clock menu more-arrow no yes

Filed under:

Monty Williams reflects on how he’s improved as a culture-builder since New Orleans days

New, comments

The answer helps show why he’s been so successful with the Suns.

Phoenix Suns v Denver Nuggets Photo by Bart Young/NBAE via Getty Images

“They weren’t always happy to come to work.”

It takes a humble person to say something like that, to admit that they inflicted something so challenging and harmful on other people. Plenty of NBA athletes, heck probably a person or two in the Suns organization right now, might not love their role or their place in an organization.

But to admit that you were the cause of it, as Monty Williams did while speaking with reporters this week, takes humility. That quality, though, may be the single biggest thing that has helped Williams have success with the Suns and right the wrongs he struggled with as the coach of the Hornets.

“I had some really straight black and white conversations with guys that I coached and what I heard back, I was ashamed,” he said.

Williams explained how in the time since he last coached, he had reached out to players he’d coached in the past to talk with them about their time together, their relationship, and how things could have been better. Williams listened with open ears and tried to be better.

“They were afraid I might push them in a way that diminished their talent,” he said.

Those conversations pushed him to be introspective and really analyze why he was fired the first time as an NBA head coach. He prayed that he could gain the wisdom to improve if he ever got a second shot. That, of course, came in Phoenix.

The main goal Williams came to the Valley with was to bring joy to the facility every day and empower players to be themselves and succeed on their own merit. Players told him they were afraid to make mistakes under his watch, afraid to step outside the confines of his strict system and all-around program.

That’s far from how he’s approached things with the Suns. Rather than restrict, Williams has created a permission structure for players to express themselves, make mistakes, grow their game and lead in their own way.

There are so many examples: Kelly Oubre Jr.’s loose style of play and performative nature as a competitor; Deandre Ayton’s methodical development and inconsistency; all the ups and downs of the backup guard rotation the past two years; even the way Williams has allowed his assistant coaches to take more hands-on role and given them real responsibility.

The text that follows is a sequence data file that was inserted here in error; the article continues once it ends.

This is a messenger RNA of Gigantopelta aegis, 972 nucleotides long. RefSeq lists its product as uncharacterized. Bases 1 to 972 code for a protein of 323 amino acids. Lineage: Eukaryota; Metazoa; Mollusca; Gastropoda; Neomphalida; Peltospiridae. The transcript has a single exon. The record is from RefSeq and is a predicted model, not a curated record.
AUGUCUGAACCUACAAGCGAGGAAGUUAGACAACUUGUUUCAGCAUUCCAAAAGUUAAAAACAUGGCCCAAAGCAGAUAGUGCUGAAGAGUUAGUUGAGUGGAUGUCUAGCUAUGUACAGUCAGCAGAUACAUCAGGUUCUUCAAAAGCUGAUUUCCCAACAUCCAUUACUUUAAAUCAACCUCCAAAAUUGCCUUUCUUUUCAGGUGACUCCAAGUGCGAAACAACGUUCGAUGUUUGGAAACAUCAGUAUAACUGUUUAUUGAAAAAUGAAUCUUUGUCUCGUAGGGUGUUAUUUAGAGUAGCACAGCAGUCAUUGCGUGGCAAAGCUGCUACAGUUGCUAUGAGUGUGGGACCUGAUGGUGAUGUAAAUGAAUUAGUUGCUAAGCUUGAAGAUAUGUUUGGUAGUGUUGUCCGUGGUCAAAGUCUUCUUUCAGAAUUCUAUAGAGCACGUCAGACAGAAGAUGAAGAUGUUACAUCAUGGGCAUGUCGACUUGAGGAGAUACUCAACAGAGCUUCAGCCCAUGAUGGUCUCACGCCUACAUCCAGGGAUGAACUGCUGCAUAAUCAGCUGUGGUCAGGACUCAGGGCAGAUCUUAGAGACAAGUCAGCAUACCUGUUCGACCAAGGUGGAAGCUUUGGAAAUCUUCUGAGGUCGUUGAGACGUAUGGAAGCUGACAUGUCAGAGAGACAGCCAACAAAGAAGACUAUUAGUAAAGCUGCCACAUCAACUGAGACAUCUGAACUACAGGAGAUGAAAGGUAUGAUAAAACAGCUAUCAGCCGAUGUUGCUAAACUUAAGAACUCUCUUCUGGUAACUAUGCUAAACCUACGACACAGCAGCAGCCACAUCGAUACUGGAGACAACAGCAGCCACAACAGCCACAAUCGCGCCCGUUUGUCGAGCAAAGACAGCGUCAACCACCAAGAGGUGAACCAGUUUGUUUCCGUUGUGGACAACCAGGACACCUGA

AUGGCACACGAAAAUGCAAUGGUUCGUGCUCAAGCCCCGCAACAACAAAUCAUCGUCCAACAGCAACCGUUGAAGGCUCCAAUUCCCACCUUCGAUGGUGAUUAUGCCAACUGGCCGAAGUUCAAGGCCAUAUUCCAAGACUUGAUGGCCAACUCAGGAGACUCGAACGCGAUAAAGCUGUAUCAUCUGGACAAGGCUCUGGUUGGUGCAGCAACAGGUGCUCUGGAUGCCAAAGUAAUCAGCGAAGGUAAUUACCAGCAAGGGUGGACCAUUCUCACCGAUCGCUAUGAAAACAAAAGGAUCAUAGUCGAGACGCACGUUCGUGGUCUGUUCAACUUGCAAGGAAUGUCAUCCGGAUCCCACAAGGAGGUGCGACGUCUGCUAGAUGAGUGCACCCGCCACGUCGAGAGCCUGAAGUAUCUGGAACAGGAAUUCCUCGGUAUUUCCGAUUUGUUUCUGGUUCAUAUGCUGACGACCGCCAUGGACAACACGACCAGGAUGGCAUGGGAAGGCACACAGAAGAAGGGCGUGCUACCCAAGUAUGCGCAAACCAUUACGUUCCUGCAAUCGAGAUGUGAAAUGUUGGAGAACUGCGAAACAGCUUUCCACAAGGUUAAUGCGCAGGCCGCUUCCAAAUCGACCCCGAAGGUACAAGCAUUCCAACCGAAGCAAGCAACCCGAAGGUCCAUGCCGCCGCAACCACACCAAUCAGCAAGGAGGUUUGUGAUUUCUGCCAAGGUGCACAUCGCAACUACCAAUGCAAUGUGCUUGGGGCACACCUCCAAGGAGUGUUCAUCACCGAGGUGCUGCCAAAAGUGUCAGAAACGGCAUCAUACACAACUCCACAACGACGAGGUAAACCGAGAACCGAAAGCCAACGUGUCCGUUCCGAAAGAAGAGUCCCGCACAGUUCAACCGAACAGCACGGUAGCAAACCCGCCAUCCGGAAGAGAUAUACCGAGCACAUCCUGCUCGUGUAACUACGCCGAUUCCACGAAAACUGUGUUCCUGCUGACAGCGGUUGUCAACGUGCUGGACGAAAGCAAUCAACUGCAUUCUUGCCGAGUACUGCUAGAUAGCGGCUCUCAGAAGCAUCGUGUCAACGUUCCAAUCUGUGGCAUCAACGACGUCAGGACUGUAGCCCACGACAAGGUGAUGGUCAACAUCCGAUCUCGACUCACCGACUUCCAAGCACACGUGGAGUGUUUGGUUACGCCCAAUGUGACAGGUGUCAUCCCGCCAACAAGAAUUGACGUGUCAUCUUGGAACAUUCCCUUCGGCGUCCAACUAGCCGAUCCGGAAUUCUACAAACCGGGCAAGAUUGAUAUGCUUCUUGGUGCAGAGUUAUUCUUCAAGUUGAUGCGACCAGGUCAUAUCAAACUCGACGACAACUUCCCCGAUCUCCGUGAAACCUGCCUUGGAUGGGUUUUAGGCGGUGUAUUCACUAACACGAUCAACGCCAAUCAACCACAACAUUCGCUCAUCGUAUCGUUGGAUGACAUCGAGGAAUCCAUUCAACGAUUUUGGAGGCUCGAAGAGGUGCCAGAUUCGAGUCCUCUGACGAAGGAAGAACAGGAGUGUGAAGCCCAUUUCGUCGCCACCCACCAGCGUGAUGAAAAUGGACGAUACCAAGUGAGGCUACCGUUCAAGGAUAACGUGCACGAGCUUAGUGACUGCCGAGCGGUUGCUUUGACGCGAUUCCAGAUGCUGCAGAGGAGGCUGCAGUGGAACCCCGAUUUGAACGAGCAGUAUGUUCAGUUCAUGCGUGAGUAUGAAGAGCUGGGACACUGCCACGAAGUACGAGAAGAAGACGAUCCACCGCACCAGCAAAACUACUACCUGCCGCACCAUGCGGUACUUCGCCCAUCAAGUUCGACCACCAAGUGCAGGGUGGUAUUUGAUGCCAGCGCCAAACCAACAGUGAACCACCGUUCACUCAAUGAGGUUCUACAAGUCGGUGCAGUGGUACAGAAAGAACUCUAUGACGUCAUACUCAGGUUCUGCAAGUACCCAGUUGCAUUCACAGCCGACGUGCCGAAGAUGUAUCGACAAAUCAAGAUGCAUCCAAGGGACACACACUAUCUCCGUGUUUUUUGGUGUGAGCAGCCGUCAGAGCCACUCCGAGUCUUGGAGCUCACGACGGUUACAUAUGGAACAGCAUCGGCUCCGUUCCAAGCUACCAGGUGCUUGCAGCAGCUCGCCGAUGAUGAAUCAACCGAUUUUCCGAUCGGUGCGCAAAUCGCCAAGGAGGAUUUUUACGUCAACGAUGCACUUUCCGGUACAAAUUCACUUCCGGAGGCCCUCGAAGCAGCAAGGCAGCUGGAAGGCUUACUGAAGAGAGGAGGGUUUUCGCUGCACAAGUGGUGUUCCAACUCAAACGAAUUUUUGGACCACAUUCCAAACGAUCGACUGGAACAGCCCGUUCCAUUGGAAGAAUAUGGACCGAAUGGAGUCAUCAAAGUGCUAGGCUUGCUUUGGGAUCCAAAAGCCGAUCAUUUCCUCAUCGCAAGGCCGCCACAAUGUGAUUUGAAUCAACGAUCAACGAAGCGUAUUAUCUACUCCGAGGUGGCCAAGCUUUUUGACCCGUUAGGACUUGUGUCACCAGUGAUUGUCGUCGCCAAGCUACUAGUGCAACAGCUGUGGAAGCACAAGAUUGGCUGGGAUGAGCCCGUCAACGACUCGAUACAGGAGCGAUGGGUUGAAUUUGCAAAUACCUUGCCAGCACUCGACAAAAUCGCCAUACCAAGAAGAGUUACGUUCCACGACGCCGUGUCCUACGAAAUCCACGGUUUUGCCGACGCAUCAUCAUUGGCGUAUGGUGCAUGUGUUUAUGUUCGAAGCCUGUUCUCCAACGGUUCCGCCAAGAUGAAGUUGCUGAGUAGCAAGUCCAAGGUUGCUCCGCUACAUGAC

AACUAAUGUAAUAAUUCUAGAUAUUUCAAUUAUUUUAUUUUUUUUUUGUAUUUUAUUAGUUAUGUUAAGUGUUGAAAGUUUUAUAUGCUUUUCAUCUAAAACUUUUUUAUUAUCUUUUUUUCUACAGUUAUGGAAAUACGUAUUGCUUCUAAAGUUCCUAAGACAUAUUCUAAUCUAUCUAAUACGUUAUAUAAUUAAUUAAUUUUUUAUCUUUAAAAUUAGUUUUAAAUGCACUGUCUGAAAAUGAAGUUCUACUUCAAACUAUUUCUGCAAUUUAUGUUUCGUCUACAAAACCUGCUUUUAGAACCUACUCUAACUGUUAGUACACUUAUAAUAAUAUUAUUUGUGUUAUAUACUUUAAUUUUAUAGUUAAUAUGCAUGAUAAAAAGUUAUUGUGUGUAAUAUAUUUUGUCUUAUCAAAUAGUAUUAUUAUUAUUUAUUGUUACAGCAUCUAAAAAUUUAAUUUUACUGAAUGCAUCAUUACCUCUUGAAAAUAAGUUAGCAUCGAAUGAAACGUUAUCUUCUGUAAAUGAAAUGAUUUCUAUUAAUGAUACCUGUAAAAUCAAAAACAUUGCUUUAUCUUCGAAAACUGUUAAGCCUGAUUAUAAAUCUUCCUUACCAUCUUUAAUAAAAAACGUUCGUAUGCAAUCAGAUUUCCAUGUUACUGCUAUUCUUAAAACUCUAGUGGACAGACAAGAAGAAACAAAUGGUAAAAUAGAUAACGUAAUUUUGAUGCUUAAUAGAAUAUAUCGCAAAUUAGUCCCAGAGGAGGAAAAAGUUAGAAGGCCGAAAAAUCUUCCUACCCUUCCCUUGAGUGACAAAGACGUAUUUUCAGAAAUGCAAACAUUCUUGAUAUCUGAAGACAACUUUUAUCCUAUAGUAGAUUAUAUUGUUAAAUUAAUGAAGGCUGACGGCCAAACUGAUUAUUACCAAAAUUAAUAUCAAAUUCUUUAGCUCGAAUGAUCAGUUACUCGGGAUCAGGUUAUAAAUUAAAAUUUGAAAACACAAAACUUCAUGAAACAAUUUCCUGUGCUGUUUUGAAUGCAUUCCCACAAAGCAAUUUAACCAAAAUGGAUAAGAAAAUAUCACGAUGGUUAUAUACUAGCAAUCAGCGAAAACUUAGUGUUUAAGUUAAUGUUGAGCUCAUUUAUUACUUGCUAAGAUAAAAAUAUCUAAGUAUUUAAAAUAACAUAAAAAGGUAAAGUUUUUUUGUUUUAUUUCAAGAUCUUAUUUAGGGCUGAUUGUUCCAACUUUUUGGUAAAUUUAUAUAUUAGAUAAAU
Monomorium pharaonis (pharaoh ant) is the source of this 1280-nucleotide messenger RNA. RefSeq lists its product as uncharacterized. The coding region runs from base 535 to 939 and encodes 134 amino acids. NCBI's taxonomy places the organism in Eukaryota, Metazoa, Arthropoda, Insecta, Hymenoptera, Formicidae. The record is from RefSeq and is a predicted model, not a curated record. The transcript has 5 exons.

Just about every coach across sport harps on culture when they take over. It’s an ethereal thing to aspire to, often a way to shirk actual nuts and bolts responsibility — sure the offense still sucks but guys are happy! That’s not been the case with Williams, whose overseeing of the Suns’ improvement seems to be an outgrowth of the culture rather than a substitute for it.

Way back when Williams was introduced to Valley media in the spring of 2019, I asked him what made him feel ready to put himself up for head coaching positions again. After all, he had been a top assistant for two pretty good teams in Oklahoma City and Philadelphia as well as front office assistant in San Antonio. His answer was that it took a whole lot of introspection, conversations with his family, and the encouragement of folks like RC Buford, the Spurs’ president of basketball operations.

But as we watch Williams continue to build out this program, it’s clear that a fair bit of what went into his decision to interview with the Suns was about feeling ready as a leader, too. Not many of us would be as honest with ourselves as Williams is publicly.

Culture derives from everybody involved in it. One weak link can break it. James Jones deserves credit; Devin Booker deserves credit; even Robert Sarver deserves credit. But if not for Williams’ ability to look in the mirror and be willing to change, this franchise probably isn’t where it is right now.